Westgate Street in Oak Park has always been quaint, because of its English-style architecture and the very narrowness of the street. But a few places and some people on Westgate had meaning for me.
My family bought all special-occasion floral arrangements from Westgate Florists, which was on the corner of Westgate and Harlem. Also, some of my friends and I bought baseball cards at the hobby shop on Westgate. We referred to the owner as “the colonel,” because he dressed in khakis and frequently talked about his war experiences.
The largest barber shop in the area was Sam Kaster’s: six barbers, no waiting. One of the barbers – Shorty, 5-foot-2 – had been a guard on trains taking German prisoners of war to concentration camps in Montana during World War II. He told some great stories, but his favorite one was about the time he knocked out a prisoner who tried to overpower him and jump off the train. Shorty said that he nailed the prisoner with a “Joe Louis uppercut.”
Mr. and Mrs. Charles Bohassek lived in a huge apartment above the hobby shop. These people were close friends of my grandparents, and I would see them often. Mr. Bohassek was a famous Chicago architect who participated in the design of the WGN site on Michigan Avenue, as well as many other buildings. Mrs. Bohassek and my grandmother were members of the Colonial Coverlet Guild, as was Mrs. Calvin Coolidge, who came to guild meetings in Chicago two or three times a year.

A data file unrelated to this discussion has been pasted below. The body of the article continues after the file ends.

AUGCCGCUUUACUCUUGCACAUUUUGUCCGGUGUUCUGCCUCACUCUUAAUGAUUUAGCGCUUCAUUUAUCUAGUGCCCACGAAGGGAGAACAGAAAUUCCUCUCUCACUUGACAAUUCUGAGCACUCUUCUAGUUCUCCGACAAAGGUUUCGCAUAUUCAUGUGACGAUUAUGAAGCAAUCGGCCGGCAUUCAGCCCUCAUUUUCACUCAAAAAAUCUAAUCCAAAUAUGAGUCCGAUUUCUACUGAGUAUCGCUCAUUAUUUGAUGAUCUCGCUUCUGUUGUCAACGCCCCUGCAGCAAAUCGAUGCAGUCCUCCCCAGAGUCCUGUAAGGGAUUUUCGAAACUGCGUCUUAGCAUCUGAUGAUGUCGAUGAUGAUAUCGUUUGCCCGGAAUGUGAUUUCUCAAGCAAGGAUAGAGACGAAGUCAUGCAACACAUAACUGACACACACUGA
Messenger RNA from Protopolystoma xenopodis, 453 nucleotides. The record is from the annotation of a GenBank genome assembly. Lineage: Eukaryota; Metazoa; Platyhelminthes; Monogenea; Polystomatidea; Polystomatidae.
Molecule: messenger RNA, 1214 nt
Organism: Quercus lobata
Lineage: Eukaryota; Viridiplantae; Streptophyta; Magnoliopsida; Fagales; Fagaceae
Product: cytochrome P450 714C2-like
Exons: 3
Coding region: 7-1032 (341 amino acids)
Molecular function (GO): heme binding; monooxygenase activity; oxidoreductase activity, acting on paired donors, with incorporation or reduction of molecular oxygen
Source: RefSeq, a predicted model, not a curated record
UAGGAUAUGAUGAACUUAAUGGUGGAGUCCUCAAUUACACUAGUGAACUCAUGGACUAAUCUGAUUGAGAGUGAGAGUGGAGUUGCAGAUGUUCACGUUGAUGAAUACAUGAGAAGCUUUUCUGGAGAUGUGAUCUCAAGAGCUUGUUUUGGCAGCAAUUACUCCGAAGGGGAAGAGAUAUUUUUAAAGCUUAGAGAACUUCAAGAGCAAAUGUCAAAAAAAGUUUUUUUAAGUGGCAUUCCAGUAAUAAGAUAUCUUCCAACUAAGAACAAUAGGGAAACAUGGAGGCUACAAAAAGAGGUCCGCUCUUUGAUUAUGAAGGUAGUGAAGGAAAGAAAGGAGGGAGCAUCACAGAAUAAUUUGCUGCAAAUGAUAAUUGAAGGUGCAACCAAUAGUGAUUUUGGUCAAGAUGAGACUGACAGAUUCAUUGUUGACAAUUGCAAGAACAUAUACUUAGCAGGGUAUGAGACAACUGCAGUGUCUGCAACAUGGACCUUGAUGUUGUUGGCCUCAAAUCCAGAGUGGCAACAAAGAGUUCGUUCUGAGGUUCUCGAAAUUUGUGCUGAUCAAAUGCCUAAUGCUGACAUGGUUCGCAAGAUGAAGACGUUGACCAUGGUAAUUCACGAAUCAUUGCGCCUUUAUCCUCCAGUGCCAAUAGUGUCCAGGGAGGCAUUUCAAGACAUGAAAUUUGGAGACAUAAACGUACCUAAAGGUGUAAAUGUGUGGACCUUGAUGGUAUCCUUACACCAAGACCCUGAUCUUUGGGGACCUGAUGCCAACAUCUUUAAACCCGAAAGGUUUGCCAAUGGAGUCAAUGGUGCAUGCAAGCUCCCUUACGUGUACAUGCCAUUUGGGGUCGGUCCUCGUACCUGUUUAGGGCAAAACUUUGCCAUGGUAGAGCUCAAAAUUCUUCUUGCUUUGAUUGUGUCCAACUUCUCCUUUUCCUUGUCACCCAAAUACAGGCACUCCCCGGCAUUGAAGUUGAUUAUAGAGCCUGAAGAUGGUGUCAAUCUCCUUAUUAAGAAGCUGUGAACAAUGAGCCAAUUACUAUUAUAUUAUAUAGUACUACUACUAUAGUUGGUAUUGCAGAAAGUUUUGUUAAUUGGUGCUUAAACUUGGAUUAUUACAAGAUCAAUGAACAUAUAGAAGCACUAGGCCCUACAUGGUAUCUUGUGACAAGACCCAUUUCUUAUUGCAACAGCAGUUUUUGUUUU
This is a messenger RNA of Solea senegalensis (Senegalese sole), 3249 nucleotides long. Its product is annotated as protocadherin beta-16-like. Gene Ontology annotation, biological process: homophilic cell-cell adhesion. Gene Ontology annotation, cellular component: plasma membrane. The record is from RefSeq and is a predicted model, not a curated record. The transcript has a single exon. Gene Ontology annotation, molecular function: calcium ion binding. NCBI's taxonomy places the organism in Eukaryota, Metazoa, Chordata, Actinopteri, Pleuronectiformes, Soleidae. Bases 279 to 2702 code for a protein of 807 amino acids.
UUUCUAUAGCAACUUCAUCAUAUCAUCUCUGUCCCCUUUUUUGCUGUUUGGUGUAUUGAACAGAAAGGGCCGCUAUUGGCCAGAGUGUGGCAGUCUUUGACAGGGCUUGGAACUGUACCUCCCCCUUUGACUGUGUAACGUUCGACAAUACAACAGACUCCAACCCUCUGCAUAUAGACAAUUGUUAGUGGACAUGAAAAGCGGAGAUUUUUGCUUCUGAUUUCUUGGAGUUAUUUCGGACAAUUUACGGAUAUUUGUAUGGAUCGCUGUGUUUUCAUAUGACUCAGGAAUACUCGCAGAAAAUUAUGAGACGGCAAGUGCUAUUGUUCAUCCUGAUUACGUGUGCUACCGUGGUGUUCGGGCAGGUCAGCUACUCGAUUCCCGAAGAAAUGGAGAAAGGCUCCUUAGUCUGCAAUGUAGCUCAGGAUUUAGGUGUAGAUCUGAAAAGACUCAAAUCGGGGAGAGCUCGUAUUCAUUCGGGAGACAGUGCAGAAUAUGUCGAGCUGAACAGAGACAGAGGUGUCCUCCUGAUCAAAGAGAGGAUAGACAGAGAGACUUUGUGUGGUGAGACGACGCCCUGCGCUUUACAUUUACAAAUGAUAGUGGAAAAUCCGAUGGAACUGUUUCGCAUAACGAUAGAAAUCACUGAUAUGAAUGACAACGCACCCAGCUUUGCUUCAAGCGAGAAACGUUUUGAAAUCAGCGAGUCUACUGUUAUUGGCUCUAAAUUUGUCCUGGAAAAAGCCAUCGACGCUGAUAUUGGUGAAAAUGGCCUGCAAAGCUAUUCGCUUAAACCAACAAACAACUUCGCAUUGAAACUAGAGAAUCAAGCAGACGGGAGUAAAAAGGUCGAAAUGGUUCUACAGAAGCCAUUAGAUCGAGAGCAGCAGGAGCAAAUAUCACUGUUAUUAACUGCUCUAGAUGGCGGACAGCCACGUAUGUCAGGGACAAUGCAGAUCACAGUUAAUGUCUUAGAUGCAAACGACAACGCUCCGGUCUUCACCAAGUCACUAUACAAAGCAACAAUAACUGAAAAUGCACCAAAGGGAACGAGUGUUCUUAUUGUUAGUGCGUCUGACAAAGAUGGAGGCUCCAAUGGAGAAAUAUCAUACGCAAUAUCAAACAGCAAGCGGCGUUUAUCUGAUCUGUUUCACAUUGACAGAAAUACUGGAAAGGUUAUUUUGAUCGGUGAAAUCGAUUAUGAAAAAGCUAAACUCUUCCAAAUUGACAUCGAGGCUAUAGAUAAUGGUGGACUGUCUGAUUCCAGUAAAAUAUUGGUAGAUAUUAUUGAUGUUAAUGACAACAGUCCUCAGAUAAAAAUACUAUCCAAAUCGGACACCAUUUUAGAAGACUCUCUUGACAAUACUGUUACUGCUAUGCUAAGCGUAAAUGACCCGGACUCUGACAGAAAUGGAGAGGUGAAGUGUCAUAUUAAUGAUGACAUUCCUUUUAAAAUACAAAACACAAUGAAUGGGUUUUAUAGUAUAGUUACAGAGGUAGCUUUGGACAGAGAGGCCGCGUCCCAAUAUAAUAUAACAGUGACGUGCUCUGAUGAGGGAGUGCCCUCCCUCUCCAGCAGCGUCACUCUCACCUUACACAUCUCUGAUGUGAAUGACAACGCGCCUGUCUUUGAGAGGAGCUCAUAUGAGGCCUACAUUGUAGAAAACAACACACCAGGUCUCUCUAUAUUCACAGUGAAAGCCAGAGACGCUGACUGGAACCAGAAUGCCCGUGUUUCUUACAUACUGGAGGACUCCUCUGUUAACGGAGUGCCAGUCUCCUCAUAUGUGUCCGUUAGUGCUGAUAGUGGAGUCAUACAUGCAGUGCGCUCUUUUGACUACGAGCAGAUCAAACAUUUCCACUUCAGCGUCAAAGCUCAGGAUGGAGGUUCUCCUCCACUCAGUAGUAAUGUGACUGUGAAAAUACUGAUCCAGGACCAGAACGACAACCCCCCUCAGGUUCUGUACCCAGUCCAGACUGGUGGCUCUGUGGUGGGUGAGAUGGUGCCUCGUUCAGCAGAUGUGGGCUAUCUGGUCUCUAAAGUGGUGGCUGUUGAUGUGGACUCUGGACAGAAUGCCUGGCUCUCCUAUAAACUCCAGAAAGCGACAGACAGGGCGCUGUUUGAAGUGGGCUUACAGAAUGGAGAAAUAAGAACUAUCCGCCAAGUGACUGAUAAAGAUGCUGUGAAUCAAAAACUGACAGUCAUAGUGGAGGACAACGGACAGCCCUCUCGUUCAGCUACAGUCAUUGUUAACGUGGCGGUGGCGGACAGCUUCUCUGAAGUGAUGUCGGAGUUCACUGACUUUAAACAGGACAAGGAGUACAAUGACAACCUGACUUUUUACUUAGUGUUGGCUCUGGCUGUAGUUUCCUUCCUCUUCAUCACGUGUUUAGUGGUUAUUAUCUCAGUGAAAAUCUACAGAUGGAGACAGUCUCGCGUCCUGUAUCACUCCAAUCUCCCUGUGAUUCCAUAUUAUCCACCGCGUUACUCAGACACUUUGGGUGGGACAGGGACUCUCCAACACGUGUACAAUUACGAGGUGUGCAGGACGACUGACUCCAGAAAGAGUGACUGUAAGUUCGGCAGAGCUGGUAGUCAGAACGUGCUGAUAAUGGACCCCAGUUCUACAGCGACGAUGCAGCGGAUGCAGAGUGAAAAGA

Westgate Street still maintains most of its quaintness. But the people and businesses I knew are now but memories of a time that continues to be cherished by many of us.
John Stanger, a Dear Old Oak Parker, is a 1957 graduate of Oak Park and River Forest High School and a lifelong resident of the village. He is married, has three grown children, and is an English professor at Elmhurst College. Living 2 miles from where he grew up, he hasn’t gotten far in 69 years.